Bug Hunting Session
Bug 104242 - Temporarily remove OpenGL setting as default rendering for Windows builds
Summary: Temporarily remove OpenGL setting as default rendering for Windows builds
Status: RESOLVED WONTFIX
Alias: None
Product: LibreOffice
Classification: Unclassified
Component: graphics stack (show other bugs)
Version:
(earliest affected)
5.3.0.0.beta1
Hardware: All Windows (All)
: medium normal
Assignee: Not Assigned
URL:
Whiteboard:
Keywords: needsDevAdvice
Depends on:
Blocks: Font-Rendering VCL-OpenGL HarfBuzz-regressions
  Show dependency treegraph
 
Reported: 2016-11-28 23:51 UTC by V Stuart Foote
Modified: 2016-12-21 21:08 UTC (History)
14 users (show)

See Also:
Crash report or crash signature:


Attachments
sample various combining codepoints including diacritics (15.62 KB, application/vnd.oasis.opendocument.text)
2016-12-02 15:51 UTC, V Stuart Foote
Details

Note You need to log in before you can comment on or make changes to this bug.
Description V Stuart Foote 2016-11-28 23:51:11 UTC
Description:
With the new HarfBuzz layout engine in place for 5.3.0 it seems text layout with OpenGL rendering on Windows is adversely affected by shortcomings of our DirectWrite implementation.

We have text layout parity with the Linux and OS X builds by using on GDI rendering for default rendering--down side is that the quality of the GDI sub-pixel rendering has been reduced with elimination of the DirectWrite calls. 

So the default rendering will look a little rough on screen compared to DirectWrite with OpenGL but the layout is more reliable.

Would suggest that until DirectWrite support for OpenGL rendering can be reworked--it would probably be best to drop OpenGL rendering as the default on the Windows builds the same as the Linux builds.

Steps to Reproduce:
na

Actual Results:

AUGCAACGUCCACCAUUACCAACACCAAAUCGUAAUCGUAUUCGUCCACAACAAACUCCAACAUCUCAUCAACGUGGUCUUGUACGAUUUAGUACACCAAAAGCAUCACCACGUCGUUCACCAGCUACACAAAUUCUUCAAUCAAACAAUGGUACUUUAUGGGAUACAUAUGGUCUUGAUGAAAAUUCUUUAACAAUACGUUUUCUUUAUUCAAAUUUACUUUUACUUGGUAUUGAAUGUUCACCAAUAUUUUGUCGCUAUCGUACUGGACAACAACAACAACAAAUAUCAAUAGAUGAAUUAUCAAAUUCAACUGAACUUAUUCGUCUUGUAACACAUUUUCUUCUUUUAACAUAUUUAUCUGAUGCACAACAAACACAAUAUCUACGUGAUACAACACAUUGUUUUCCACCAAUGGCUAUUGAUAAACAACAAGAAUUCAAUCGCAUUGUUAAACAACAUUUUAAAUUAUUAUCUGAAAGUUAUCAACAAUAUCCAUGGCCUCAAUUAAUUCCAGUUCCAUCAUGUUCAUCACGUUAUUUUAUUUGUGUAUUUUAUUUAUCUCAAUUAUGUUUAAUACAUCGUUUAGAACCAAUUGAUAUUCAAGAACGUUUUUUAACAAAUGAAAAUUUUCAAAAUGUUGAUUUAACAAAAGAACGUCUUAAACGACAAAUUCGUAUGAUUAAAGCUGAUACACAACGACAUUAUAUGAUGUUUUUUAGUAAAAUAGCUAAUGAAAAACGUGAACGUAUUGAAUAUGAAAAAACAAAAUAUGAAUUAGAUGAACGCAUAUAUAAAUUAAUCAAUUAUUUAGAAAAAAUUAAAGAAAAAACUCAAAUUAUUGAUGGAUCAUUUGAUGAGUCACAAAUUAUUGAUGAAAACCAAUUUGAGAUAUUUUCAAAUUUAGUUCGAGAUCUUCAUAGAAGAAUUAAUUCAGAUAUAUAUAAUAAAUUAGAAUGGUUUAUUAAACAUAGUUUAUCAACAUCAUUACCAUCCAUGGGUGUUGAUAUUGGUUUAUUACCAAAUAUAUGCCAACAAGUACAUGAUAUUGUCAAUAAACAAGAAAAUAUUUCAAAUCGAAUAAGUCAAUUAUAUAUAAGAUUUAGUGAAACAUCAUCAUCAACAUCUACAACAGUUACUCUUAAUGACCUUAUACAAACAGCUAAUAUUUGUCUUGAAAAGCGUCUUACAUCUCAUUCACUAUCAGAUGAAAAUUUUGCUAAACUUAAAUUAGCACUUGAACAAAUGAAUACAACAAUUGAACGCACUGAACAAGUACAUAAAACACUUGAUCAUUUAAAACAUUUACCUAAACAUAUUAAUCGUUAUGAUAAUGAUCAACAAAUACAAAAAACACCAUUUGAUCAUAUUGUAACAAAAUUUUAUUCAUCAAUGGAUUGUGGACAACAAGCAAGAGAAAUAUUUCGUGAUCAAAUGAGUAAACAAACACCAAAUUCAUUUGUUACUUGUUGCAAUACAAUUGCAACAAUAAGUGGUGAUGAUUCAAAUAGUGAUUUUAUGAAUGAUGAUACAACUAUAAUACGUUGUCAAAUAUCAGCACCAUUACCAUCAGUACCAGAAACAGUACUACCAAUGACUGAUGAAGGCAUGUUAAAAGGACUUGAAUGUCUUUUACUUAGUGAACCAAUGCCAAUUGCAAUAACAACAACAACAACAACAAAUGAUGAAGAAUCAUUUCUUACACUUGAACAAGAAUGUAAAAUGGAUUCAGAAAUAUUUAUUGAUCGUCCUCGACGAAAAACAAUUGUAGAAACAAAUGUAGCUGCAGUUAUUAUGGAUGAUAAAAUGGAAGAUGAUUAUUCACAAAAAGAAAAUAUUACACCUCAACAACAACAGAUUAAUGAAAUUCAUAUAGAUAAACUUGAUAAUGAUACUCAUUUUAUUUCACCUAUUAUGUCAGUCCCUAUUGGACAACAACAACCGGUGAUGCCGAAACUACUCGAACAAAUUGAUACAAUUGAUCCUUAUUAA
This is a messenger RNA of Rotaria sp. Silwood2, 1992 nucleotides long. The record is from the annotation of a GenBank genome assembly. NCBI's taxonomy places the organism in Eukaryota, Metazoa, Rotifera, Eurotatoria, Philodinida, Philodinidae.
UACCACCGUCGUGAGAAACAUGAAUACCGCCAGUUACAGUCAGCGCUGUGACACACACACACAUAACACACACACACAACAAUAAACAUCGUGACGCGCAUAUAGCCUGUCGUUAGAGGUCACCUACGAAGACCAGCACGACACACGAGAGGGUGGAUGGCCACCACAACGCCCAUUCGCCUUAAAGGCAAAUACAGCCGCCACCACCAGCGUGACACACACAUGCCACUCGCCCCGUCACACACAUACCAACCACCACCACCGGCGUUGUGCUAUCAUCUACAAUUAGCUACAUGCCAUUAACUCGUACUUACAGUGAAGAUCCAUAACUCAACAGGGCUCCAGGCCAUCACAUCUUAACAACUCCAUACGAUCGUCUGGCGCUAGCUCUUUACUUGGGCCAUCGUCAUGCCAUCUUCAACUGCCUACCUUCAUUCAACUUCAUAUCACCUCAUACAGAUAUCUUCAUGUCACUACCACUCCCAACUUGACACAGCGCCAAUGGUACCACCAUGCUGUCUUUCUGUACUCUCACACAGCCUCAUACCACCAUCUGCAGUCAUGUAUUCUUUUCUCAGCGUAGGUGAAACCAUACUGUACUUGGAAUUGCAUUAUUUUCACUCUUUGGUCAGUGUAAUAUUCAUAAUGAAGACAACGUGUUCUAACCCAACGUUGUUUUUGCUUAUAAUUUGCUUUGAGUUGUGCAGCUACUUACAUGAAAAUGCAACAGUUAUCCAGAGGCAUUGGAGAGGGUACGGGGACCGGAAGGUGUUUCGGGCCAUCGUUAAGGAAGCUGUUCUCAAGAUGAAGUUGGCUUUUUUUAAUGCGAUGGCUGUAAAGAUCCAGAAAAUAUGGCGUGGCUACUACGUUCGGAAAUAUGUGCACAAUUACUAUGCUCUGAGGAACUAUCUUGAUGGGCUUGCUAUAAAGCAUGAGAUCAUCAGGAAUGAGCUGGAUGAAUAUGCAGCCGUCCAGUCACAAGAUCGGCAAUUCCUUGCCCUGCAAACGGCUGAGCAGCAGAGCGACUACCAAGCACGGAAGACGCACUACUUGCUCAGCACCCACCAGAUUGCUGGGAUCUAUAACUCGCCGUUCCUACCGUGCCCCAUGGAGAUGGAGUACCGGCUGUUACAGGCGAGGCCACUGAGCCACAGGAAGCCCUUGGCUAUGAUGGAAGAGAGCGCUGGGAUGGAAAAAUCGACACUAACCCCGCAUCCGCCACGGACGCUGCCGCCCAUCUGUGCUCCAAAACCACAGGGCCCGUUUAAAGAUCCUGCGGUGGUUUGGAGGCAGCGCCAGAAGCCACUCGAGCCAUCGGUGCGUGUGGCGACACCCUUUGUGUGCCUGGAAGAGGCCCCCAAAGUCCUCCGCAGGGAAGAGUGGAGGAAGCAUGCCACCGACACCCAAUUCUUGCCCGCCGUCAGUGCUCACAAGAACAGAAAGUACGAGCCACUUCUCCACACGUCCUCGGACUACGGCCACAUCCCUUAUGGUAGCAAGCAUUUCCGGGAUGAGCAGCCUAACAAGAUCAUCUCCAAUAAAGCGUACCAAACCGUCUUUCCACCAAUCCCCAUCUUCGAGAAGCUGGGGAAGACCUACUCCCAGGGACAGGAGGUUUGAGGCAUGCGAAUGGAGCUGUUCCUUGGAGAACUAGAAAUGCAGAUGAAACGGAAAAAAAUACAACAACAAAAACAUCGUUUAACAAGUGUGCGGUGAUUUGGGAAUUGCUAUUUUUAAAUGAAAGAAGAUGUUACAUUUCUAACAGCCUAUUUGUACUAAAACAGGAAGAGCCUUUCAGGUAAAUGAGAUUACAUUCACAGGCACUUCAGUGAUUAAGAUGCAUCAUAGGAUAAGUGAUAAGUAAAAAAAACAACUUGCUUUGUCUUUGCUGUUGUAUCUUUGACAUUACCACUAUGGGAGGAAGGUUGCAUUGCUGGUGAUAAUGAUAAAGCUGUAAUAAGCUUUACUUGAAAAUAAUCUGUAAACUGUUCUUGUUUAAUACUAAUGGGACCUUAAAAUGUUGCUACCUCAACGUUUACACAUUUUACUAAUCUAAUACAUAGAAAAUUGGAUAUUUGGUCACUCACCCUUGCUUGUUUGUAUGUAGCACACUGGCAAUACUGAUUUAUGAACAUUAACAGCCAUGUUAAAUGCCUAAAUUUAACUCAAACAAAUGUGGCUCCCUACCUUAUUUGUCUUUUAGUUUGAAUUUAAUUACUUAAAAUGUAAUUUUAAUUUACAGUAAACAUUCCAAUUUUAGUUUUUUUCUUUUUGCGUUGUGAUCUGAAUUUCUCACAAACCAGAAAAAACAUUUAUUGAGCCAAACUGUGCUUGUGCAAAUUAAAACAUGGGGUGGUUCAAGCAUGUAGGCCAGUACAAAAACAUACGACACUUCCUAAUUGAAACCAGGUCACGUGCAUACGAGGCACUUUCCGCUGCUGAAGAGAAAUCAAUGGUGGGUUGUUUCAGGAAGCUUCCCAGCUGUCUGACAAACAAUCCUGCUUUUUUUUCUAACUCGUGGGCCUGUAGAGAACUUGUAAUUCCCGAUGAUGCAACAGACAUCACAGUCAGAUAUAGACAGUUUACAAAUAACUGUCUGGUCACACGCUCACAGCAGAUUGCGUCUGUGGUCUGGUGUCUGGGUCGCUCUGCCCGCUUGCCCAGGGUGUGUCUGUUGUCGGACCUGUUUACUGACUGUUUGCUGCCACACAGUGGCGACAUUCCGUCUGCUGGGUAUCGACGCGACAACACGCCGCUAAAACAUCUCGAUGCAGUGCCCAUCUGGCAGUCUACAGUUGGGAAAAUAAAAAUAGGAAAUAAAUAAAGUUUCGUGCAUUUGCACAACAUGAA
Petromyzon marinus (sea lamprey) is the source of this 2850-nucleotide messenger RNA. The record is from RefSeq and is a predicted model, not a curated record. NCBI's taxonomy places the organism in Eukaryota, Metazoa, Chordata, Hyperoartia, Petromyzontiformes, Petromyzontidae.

na

Expected Results:
na


Reproducible: Always

User Profile Reset: Yes

Additional Info:
@Khaled gave up on the DirectWrite OpenGL and fell back to GDI where layout is now much improved. The layout with DirectWrite OpenGL rendering has continuing issues many predating the HarfBuzz engine that can't be corrected.

Suggests that the default GDI rendering would for the time being be a better default on Windows.

=-ref-=

https://gerrit.libreoffice.org/#/c/30868/




User-Agent: Mozilla/5.0 (Windows NT 6.3; WOW64) AppleWebKit/537.36 (KHTML, like Gecko) Chrome/54.0.2840.99 Safari/537.36
Comment 1 V Stuart Foote 2016-11-29 00:14:18 UTC
Kind of in a hard place here, achieved much of what the new HarfBuzz layout engine promised. But its cost on Windows has been spotty support using our DirectWrite and OpenGL rendering.

Khaled is not really able to resolve issues with the OpenGL rendering as he lacks the hardware support needed to develop for it.

IIRC while implementing OpengGL rendering it was decided to make it configure by default on the Windows builds (and catch poor GPU/driver OpenGL support with our blacklist mechanism) and fall back to default GDI+ rendering.

In finalizing the new layout engine Khaled has gutted the DirectWrite from the GDI rendering so it offers stable layout in all areas of the UI. 

Question is what to do about the OpenGL rendering that remains dependent on DirectWrite calls. Believe that until it can be fixed correctly, we would probably be better to not enable it by default on the Windows builds.

But only fair that the Devs more heavily invested in implementing OpenGL support (and likely having to fix it) should make the call.

Thoughts?
Comment 2 Michael Meeks 2016-11-29 10:01:09 UTC